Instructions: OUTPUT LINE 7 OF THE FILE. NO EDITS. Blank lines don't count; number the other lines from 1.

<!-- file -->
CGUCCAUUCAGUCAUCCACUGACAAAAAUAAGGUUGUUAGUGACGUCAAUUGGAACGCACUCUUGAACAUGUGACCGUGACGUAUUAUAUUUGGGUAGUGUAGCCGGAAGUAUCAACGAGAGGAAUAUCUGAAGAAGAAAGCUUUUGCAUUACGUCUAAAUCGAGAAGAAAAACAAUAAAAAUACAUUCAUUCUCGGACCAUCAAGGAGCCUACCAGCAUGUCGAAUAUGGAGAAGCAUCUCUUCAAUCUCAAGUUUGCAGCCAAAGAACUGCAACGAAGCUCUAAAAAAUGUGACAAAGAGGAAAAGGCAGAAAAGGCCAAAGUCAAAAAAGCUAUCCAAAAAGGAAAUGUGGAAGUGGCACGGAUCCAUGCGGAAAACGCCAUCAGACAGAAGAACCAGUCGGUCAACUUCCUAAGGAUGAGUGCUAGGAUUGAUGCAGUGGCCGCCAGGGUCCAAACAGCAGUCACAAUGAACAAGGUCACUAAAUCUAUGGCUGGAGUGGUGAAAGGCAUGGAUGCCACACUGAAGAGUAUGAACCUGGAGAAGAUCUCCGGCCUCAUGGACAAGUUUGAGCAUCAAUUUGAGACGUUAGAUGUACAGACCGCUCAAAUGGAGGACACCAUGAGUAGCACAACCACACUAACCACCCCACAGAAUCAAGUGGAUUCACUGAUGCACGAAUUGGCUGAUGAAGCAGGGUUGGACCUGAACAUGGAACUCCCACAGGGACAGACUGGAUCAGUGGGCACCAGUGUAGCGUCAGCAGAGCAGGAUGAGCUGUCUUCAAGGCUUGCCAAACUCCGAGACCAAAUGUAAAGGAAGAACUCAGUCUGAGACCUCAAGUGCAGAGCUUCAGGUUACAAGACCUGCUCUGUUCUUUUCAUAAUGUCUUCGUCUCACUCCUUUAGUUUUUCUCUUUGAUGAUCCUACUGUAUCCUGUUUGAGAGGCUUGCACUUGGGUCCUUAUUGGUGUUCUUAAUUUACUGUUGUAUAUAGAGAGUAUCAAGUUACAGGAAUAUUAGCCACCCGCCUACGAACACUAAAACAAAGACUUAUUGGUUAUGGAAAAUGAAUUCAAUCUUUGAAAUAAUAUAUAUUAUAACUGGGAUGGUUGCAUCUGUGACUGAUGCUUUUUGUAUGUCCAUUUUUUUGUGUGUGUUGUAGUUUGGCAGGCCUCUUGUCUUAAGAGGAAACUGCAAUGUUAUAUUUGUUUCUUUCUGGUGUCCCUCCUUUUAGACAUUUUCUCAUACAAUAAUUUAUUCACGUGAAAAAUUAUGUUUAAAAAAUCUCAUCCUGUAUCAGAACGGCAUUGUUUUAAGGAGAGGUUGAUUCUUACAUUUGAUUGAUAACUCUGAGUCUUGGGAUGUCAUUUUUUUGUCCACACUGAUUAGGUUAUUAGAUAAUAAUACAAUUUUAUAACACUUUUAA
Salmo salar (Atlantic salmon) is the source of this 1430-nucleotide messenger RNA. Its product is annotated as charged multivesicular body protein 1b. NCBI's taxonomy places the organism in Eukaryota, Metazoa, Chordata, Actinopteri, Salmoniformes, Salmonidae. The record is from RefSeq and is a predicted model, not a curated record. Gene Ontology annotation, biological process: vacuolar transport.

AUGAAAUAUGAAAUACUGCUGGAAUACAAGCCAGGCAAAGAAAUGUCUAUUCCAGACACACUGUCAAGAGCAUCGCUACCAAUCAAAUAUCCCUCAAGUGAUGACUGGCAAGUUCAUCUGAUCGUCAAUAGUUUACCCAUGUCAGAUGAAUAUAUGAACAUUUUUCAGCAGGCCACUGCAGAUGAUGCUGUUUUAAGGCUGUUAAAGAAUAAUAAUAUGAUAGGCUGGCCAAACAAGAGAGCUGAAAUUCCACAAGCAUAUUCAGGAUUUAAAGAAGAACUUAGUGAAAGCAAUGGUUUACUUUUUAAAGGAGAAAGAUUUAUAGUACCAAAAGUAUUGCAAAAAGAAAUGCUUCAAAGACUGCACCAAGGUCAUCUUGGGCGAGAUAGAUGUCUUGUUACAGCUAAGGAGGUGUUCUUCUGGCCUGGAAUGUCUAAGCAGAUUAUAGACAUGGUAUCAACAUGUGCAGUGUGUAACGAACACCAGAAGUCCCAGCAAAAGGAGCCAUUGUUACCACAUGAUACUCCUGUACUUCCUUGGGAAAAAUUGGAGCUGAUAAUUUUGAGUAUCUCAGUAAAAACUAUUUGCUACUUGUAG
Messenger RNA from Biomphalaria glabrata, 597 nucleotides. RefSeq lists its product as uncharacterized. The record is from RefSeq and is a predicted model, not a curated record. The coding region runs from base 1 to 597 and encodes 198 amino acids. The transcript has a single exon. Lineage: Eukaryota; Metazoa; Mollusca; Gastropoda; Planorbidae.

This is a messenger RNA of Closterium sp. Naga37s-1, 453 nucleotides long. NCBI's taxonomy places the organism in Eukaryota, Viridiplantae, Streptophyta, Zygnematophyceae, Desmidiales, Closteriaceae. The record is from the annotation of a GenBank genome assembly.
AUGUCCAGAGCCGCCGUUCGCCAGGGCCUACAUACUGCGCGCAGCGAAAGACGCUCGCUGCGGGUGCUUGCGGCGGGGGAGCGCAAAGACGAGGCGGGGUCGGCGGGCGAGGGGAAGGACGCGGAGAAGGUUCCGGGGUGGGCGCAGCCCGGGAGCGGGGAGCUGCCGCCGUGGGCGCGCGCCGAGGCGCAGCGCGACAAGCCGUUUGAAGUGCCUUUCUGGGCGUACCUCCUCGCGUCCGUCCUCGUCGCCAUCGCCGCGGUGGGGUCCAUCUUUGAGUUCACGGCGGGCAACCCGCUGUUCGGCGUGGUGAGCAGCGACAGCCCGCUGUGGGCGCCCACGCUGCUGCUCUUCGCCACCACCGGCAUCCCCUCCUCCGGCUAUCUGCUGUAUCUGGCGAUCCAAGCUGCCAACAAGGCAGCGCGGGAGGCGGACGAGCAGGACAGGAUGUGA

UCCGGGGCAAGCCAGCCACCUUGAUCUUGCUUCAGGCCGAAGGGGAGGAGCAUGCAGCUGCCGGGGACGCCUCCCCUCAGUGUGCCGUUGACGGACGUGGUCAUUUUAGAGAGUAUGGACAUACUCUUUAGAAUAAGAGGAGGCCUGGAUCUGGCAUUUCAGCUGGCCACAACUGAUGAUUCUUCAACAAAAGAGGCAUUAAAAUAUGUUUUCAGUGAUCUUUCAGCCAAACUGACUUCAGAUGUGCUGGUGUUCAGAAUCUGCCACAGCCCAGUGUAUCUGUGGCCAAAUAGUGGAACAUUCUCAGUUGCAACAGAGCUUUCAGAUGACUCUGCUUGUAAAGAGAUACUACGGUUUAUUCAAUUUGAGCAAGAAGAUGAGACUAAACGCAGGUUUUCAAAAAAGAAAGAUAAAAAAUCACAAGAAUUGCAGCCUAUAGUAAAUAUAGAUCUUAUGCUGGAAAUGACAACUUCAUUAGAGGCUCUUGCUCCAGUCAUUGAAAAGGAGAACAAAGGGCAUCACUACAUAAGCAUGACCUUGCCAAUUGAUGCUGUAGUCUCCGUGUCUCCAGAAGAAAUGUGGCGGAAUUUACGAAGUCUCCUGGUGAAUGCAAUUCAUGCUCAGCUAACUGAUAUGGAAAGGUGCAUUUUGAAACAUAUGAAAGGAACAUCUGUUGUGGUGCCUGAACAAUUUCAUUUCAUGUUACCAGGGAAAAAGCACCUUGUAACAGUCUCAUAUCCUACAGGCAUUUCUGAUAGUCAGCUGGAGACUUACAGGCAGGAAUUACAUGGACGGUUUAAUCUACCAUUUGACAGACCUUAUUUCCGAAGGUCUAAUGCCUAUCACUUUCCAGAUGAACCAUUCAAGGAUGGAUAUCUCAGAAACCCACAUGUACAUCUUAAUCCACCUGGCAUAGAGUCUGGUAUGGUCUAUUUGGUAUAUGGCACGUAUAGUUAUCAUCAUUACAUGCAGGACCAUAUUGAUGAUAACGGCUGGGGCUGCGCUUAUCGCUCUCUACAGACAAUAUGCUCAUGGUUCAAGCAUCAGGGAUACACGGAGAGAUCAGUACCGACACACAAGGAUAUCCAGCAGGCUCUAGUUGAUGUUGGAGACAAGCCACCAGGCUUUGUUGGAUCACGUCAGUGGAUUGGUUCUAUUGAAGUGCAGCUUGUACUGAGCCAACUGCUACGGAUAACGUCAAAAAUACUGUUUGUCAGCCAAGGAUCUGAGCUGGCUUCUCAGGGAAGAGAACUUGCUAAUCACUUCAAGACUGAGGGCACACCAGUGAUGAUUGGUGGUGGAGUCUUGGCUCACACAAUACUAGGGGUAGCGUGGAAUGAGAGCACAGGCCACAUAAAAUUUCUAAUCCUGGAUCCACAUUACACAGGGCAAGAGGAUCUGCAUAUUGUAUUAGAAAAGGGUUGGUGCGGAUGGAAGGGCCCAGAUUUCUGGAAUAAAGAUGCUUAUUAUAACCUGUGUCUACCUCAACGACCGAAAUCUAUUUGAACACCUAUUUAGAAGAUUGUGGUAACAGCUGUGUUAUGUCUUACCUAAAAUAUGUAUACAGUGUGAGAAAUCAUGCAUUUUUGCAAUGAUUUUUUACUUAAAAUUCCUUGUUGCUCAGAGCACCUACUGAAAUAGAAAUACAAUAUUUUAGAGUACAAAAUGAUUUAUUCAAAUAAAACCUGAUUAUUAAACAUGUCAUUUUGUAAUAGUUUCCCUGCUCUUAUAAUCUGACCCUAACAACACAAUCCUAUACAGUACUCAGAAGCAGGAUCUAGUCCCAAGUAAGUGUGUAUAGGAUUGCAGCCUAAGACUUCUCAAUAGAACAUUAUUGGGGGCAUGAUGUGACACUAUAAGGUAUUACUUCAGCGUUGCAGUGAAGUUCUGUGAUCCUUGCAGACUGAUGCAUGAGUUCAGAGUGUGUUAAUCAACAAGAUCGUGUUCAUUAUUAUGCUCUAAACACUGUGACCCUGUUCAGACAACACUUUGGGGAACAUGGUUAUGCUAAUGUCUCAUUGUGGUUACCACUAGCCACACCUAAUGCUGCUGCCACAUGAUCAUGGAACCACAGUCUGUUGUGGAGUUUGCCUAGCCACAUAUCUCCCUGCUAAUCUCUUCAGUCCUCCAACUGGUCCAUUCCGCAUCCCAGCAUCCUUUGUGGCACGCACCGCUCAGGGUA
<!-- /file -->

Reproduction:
UCCGGGGCAAGCCAGCCACCUUGAUCUUGCUUCAGGCCGAAGGGGAGGAGCAUGCAGCUGCCGGGGACGCCUCCCCUCAGUGUGCCGUUGACGGACGUGGUCAUUUUAGAGAGUAUGGACAUACUCUUUAGAAUAAGAGGAGGCCUGGAUCUGGCAUUUCAGCUGGCCACAACUGAUGAUUCUUCAACAAAAGAGGCAUUAAAAUAUGUUUUCAGUGAUCUUUCAGCCAAACUGACUUCAGAUGUGCUGGUGUUCAGAAUCUGCCACAGCCCAGUGUAUCUGUGGCCAAAUAGUGGAACAUUCUCAGUUGCAACAGAGCUUUCAGAUGACUCUGCUUGUAAAGAGAUACUACGGUUUAUUCAAUUUGAGCAAGAAGAUGAGACUAAACGCAGGUUUUCAAAAAAGAAAGAUAAAAAAUCACAAGAAUUGCAGCCUAUAGUAAAUAUAGAUCUUAUGCUGGAAAUGACAACUUCAUUAGAGGCUCUUGCUCCAGUCAUUGAAAAGGAGAACAAAGGGCAUCACUACAUAAGCAUGACCUUGCCAAUUGAUGCUGUAGUCUCCGUGUCUCCAGAAGAAAUGUGGCGGAAUUUACGAAGUCUCCUGGUGAAUGCAAUUCAUGCUCAGCUAACUGAUAUGGAAAGGUGCAUUUUGAAACAUAUGAAAGGAACAUCUGUUGUGGUGCCUGAACAAUUUCAUUUCAUGUUACCAGGGAAAAAGCACCUUGUAACAGUCUCAUAUCCUACAGGCAUUUCUGAUAGUCAGCUGGAGACUUACAGGCAGGAAUUACAUGGACGGUUUAAUCUACCAUUUGACAGACCUUAUUUCCGAAGGUCUAAUGCCUAUCACUUUCCAGAUGAACCAUUCAAGGAUGGAUAUCUCAGAAACCCACAUGUACAUCUUAAUCCACCUGGCAUAGAGUCUGGUAUGGUCUAUUUGGUAUAUGGCACGUAUAGUUAUCAUCAUUACAUGCAGGACCAUAUUGAUGAUAACGGCUGGGGCUGCGCUUAUCGCUCUCUACAGACAAUAUGCUCAUGGUUCAAGCAUCAGGGAUACACGGAGAGAUCAGUACCGACACACAAGGAUAUCCAGCAGGCUCUAGUUGAUGUUGGAGACAAGCCACCAGGCUUUGUUGGAUCACGUCAGUGGAUUGGUUCUAUUGAAGUGCAGCUUGUACUGAGCCAACUGCUACGGAUAACGUCAAAAAUACUGUUUGUCAGCCAAGGAUCUGAGCUGGCUUCUCAGGGAAGAGAACUUGCUAAUCACUUCAAGACUGAGGGCACACCAGUGAUGAUUGGUGGUGGAGUCUUGGCUCACACAAUACUAGGGGUAGCGUGGAAUGAGAGCACAGGCCACAUAAAAUUUCUAAUCCUGGAUCCACAUUACACAGGGCAAGAGGAUCUGCAUAUUGUAUUAGAAAAGGGUUGGUGCGGAUGGAAGGGCCCAGAUUUCUGGAAUAAAGAUGCUUAUUAUAACCUGUGUCUACCUCAACGACCGAAAUCUAUUUGAACACCUAUUUAGAAGAUUGUGGUAACAGCUGUGUUAUGUCUUACCUAAAAUAUGUAUACAGUGUGAGAAAUCAUGCAUUUUUGCAAUGAUUUUUUACUUAAAAUUCCUUGUUGCUCAGAGCACCUACUGAAAUAGAAAUACAAUAUUUUAGAGUACAAAAUGAUUUAUUCAAAUAAAACCUGAUUAUUAAACAUGUCAUUUUGUAAUAGUUUCCCUGCUCUUAUAAUCUGACCCUAACAACACAAUCCUAUACAGUACUCAGAAGCAGGAUCUAGUCCCAAGUAAGUGUGUAUAGGAUUGCAGCCUAAGACUUCUCAAUAGAACAUUAUUGGGGGCAUGAUGUGACACUAUAAGGUAUUACUUCAGCGUUGCAGUGAAGUUCUGUGAUCCUUGCAGACUGAUGCAUGAGUUCAGAGUGUGUUAAUCAACAAGAUCGUGUUCAUUAUUAUGCUCUAAACACUGUGACCCUGUUCAGACAACACUUUGGGGAACAUGGUUAUGCUAAUGUCUCAUUGUGGUUACCACUAGCCACACCUAAUGCUGCUGCCACAUGAUCAUGGAACCACAGUCUGUUGUGGAGUUUGCCUAGCCACAUAUCUCCCUGCUAAUCUCUUCAGUCCUCCAACUGGUCCAUUCCGCAUCCCAGCAUCCUUUGUGGCACGCACCGCUCAGGGUA